It's official: Apple announced on Thursday that it will acquire both Beats Music and Beats Electronics for a total of $3 billion. That's less than the $3.2 billion initially floated in leaks about the deal, but consistent with other rumors. Beats cofounders Jimmy Iovine (CEO) and Dr. Dre will both be joining Apple. The deal is expected to close some time in Apple's fourth fiscal quarter this year.
Jimmy Iovine and Dr. Dre
The $3 billion price tag of the acquisition—$2.6 billion immediately and another $400 million that will vest over an unspecified amount of time—makes the Beats acquisition the most expensive purchase Apple has made. In comparison, the company spent just $400 million acquiring NeXT in 1997, a company that included Steve Jobs.
Apple hasn't specified what it will do with Beats Music—a streaming music service—or Beats Electronics—one of the most popular headphone brands on the planet. Many in the digerati, including this reporter, have been very critical of Beats headphones
“Music is such an important part of all of our lives and holds a special place within our hearts at Apple,” Apple CEO Tim Cook said in a statement. “That’s why we have kept investing in music and are bringing together these extraordinary teams so we can continue to create the most innovative music products and services in the world.”
Apple also went on at length in its press release describing the premium nature of Beats headphone, saying:
In just five years since launch, the Beats "b" has become the brand of choice in the music and sports worlds, and is the market leader in the premium headphone market. Music superstars including Lady Gaga, Lil Wayne and Nicki Minaj have designed their own customized Beats headphones and speakers. Fashion designers and street artists such as Alexander Wang, Futura and Snarkitecture have collaborated on special limited products, while renowned athletes including LeBron James, Serena Williams and Neymar use Beats as a critical part of their training and game day process. Beats has quickly become part of pop culture in the US and with the acquisition the Beats product lineup will be offered in many more countries through the Apple Online Store, Apple’s retail stores and select Apple Authorized Resellers.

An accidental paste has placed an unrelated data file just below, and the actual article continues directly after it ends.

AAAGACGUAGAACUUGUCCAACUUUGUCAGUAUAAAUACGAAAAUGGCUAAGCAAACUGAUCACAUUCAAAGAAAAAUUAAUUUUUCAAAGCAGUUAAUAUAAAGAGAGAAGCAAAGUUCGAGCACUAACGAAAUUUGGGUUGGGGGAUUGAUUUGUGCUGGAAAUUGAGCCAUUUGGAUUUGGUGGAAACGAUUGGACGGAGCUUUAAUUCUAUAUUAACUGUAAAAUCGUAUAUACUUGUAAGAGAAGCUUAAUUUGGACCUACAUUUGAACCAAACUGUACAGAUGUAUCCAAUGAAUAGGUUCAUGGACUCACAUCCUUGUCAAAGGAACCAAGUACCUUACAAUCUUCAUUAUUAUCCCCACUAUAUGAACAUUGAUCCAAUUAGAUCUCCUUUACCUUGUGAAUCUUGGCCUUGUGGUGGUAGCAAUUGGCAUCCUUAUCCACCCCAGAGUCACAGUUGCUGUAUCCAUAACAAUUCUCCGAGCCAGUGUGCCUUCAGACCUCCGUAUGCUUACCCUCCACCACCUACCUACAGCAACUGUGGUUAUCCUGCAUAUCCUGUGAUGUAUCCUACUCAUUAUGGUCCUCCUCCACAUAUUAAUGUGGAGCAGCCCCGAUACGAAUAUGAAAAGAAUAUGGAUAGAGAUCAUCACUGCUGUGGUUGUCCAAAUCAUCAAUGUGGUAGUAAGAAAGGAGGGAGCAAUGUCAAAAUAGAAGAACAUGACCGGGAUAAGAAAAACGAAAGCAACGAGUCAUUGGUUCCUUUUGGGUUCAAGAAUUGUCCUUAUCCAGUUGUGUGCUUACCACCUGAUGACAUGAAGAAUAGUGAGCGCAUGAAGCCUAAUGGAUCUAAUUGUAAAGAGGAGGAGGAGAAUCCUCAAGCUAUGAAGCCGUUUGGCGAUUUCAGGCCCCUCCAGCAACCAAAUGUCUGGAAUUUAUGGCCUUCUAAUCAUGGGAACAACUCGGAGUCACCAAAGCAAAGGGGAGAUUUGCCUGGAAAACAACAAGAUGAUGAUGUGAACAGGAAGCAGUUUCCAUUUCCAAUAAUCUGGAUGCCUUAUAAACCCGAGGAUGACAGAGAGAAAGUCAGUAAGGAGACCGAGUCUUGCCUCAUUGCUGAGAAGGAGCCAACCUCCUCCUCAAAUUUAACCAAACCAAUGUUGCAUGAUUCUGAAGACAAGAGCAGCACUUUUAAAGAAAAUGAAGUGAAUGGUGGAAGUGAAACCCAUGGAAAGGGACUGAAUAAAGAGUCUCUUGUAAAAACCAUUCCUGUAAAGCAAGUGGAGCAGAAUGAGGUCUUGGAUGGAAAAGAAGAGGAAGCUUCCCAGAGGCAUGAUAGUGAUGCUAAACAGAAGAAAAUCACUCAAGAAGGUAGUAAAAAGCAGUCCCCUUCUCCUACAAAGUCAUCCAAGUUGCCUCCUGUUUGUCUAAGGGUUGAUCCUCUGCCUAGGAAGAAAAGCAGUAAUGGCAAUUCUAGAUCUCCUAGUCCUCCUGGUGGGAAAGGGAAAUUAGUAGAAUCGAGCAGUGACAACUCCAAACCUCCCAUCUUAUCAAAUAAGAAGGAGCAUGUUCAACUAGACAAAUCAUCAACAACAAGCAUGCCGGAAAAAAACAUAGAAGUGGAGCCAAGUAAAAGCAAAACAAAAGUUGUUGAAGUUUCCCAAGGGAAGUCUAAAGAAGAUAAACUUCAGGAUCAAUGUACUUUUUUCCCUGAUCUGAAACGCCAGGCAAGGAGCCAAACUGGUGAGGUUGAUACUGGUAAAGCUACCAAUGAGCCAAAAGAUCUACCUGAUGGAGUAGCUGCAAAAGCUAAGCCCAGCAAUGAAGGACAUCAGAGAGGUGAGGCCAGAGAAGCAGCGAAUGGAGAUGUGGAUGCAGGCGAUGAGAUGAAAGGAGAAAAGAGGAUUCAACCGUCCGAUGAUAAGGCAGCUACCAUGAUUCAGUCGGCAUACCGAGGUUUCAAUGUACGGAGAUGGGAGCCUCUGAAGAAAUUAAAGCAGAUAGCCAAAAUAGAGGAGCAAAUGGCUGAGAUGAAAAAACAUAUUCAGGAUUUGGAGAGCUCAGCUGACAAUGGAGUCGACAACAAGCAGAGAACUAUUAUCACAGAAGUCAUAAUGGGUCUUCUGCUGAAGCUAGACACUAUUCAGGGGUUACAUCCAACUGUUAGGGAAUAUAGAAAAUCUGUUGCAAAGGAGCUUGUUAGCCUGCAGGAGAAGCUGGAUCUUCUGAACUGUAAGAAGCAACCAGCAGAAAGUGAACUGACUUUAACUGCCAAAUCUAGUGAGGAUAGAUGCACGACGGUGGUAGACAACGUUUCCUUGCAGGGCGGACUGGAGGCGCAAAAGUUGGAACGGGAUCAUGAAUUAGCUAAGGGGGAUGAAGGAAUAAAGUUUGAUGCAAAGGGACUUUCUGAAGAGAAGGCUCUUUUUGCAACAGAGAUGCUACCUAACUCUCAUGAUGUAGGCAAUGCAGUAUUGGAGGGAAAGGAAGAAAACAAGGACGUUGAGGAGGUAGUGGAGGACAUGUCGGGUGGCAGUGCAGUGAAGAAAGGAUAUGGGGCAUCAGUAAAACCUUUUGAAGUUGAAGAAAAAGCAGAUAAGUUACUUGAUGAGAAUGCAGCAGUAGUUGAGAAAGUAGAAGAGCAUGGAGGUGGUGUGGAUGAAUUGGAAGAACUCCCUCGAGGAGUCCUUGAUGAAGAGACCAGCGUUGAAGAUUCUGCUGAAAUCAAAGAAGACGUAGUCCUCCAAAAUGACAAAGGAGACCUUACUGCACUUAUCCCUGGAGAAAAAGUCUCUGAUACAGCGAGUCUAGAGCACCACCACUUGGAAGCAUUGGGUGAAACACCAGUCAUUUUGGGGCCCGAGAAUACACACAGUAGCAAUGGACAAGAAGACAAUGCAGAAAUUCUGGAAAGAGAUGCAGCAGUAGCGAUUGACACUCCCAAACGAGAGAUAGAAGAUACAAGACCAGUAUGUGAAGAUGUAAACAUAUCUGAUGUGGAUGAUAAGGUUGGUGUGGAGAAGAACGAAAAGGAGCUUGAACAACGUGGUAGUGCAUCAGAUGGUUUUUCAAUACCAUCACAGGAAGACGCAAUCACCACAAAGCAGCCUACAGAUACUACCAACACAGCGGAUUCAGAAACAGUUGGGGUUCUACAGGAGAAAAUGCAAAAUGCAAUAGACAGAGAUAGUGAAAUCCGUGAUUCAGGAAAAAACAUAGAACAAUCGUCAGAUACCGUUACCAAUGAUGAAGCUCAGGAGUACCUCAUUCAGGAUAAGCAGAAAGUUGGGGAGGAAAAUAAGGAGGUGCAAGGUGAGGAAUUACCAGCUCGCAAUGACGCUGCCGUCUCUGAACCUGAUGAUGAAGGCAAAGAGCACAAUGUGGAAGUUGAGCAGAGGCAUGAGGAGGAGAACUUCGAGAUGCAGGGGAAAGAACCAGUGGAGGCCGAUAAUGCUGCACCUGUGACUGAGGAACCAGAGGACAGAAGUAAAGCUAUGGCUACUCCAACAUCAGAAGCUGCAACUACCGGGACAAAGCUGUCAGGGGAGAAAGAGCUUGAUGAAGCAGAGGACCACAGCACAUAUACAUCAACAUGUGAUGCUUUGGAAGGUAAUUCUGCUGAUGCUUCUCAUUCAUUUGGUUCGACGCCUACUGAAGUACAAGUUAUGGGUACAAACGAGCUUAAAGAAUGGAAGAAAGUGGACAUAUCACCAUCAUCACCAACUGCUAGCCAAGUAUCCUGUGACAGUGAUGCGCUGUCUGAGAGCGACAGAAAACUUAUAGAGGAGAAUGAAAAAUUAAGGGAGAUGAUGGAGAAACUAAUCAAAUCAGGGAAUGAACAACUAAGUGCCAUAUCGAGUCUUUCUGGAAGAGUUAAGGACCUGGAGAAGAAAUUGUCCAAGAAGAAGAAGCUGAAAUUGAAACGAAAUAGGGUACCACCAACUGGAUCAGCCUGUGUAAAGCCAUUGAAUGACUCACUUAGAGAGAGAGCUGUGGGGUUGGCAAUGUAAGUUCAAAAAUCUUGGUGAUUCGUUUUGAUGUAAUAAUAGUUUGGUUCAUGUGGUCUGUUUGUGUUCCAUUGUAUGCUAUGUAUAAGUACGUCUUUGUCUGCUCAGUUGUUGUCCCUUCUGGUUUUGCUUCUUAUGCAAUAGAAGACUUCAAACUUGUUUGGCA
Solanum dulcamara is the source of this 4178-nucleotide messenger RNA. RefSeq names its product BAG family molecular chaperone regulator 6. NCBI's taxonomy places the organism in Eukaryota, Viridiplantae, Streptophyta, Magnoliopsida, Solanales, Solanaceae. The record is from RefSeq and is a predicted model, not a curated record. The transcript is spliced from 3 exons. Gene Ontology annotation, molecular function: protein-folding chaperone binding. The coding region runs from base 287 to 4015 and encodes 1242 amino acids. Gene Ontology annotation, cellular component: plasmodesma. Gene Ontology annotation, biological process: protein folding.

As noted above, CEO Jimmy Iovine will be joining Apple, though his title and role has not yet been specified. Apple noted that Mr. Iovine has been, "at the forefront of innovation in the music industry for decades, and he has been an instrumental partner for Apple and iTunes for more than a decade."
As CEO of Interscope Records, Mr. Iovine was an early supporter of iTunes and evangelized the iTunes Store to other music executives. Paired with senior vice president Eddy Cue, the two executives would make a formidable force in Hollywood and within the music industry when it comes to negotiating new deals and expanding Apple's services.
"I’ve always known in my heart that Beats belonged with Apple," Mr. Iovine said in a statement. "The idea when we started the company was inspired by Apple’s unmatched ability to marry culture and technology. Apple’s deep commitment to music fans, artists, songwriters and the music industry is something special."
For his part, Eddy Cue said, "Music is such an important part of Apple’s DNA and always will be. The addition of Beats will make our music lineup even better, from free streaming with iTunes Radio to a world-class subscription service in Beats, and of course buying music from the iTunes Store as customers have loved to do for years."
Reports last week said that Apple would operate Beats Music as a standalone service in order to build a streaming music service slowly. The idea, according to the reports, is that Apple wanted to allow the transition to streaming subscriptions to be as smooth as possible for the record industry as music downloads decrease.
Another report said that a driving motivator for the purchase was to acquire Mr. Iovine and Dr. Dre, the latter of whom was hardly mentioned in Apple's press release. That report said to consider these two hires in line with bringing a variety of non-tech people into Apple's leadership circles—including new Senior VP of Retail Angela Ahrendts—in order to make Apple into a more culturally aware company.